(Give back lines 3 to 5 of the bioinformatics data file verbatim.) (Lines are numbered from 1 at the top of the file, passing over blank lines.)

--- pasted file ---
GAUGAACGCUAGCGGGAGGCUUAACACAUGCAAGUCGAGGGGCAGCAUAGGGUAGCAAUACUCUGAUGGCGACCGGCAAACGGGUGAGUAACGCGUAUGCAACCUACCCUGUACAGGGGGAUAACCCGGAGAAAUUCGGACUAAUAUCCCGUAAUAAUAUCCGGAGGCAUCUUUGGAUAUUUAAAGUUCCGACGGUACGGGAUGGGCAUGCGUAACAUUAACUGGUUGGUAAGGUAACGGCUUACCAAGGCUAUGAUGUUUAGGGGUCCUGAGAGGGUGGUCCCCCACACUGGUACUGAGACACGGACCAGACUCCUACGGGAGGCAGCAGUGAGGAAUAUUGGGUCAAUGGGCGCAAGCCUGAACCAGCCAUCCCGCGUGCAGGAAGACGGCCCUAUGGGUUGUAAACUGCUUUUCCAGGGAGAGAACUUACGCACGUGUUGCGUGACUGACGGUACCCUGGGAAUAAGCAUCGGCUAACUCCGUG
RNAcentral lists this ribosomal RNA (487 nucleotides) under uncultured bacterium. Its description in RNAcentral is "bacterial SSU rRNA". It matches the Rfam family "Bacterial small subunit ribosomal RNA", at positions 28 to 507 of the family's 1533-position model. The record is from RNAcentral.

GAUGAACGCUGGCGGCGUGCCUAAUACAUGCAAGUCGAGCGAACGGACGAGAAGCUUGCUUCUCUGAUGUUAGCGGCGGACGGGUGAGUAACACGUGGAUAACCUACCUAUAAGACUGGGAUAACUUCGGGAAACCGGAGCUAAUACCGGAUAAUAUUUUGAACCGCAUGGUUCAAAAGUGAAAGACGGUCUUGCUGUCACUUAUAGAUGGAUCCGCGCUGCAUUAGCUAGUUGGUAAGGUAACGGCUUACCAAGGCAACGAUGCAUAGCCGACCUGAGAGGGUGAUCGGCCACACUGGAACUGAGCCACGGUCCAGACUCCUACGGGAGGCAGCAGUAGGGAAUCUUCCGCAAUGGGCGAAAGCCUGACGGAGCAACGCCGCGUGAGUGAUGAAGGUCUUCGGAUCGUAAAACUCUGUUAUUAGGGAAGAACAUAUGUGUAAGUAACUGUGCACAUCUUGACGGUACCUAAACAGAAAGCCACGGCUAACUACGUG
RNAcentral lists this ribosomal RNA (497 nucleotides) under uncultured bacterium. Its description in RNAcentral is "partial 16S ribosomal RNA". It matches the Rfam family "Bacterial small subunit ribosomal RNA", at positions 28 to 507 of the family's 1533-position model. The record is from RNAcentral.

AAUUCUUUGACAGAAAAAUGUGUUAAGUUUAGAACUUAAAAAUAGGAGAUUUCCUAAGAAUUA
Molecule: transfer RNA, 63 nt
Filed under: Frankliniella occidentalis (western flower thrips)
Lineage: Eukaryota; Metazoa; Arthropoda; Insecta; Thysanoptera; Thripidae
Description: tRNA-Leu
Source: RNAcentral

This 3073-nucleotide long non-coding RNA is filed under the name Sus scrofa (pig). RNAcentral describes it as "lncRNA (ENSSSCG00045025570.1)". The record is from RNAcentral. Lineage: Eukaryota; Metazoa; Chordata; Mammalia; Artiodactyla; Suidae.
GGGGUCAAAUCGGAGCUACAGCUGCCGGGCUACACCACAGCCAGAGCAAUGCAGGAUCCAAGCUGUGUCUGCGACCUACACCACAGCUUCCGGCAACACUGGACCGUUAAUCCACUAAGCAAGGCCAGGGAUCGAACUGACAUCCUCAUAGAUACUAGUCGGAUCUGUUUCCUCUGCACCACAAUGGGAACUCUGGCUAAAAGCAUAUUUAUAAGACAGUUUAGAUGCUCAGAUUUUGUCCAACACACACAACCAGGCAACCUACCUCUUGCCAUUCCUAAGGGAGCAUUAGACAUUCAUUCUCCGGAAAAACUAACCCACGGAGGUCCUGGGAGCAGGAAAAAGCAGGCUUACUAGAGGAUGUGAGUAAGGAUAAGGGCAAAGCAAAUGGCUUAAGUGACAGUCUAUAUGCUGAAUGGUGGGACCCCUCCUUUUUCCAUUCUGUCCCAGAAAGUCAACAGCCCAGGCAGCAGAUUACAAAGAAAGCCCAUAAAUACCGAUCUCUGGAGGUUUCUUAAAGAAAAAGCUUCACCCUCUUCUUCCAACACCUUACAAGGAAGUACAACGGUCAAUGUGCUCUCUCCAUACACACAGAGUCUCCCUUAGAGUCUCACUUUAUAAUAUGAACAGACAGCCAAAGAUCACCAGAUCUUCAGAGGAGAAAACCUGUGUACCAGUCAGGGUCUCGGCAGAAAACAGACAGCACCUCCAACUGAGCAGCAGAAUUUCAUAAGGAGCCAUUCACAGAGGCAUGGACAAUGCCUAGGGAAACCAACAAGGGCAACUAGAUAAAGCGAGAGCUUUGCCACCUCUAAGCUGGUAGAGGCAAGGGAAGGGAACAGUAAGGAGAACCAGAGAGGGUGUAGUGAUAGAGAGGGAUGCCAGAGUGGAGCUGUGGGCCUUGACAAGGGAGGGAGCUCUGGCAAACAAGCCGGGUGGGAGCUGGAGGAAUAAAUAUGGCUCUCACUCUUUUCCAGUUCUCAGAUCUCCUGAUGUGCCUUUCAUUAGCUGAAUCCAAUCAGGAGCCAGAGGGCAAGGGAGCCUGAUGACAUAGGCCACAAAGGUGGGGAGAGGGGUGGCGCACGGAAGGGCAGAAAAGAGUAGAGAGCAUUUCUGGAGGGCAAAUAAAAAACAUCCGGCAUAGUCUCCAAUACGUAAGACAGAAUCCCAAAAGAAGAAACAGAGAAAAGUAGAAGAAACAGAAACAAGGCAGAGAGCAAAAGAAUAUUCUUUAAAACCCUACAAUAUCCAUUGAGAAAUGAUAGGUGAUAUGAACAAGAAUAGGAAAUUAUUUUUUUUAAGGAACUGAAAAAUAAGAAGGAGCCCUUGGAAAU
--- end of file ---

GAUGAACGCUGGCGGCGUGCCUAAUACAUGCAAGUCGAGCGAACGGACGAGAAGCUUGCUUCUCUGAUGUUAGCGGCGGACGGGUGAGUAACACGUGGAUAACCUACCUAUAAGACUGGGAUAACUUCGGGAAACCGGAGCUAAUACCGGAUAAUAUUUUGAACCGCAUGGUUCAAAAGUGAAAGACGGUCUUGCUGUCACUUAUAGAUGGAUCCGCGCUGCAUUAGCUAGUUGGUAAGGUAACGGCUUACCAAGGCAACGAUGCAUAGCCGACCUGAGAGGGUGAUCGGCCACACUGGAACUGAGCCACGGUCCAGACUCCUACGGGAGGCAGCAGUAGGGAAUCUUCCGCAAUGGGCGAAAGCCUGACGGAGCAACGCCGCGUGAGUGAUGAAGGUCUUCGGAUCGUAAAACUCUGUUAUUAGGGAAGAACAUAUGUGUAAGUAACUGUGCACAUCUUGACGGUACCUAAACAGAAAGCCACGGCUAACUACGUG
RNAcentral lists this ribosomal RNA (497 nucleotides) under uncultured bacterium. Its description in RNAcentral is "partial 16S ribosomal RNA". It matches the Rfam family "Bacterial small subunit ribosomal RNA", at positions 28 to 507 of the family's 1533-position model. The record is from RNAcentral.

AAUUCUUUGACAGAAAAAUGUGUUAAGUUUAGAACUUAAAAAUAGGAGAUUUCCUAAGAAUUA